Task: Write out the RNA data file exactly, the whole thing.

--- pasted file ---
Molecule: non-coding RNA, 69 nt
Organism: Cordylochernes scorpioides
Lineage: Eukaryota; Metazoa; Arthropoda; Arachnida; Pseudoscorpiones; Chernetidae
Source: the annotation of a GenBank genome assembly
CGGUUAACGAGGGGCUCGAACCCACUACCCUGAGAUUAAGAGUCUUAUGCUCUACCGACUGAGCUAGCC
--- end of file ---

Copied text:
Molecule: non-coding RNA, 69 nt
Organism: Cordylochernes scorpioides
Lineage: Eukaryota; Metazoa; Arthropoda; Arachnida; Pseudoscorpiones; Chernetidae
Source: the annotation of a GenBank genome assembly
CGGUUAACGAGGGGCUCGAACCCACUACCCUGAGAUUAAGAGUCUUAUGCUCUACCGACUGAGCUAGCC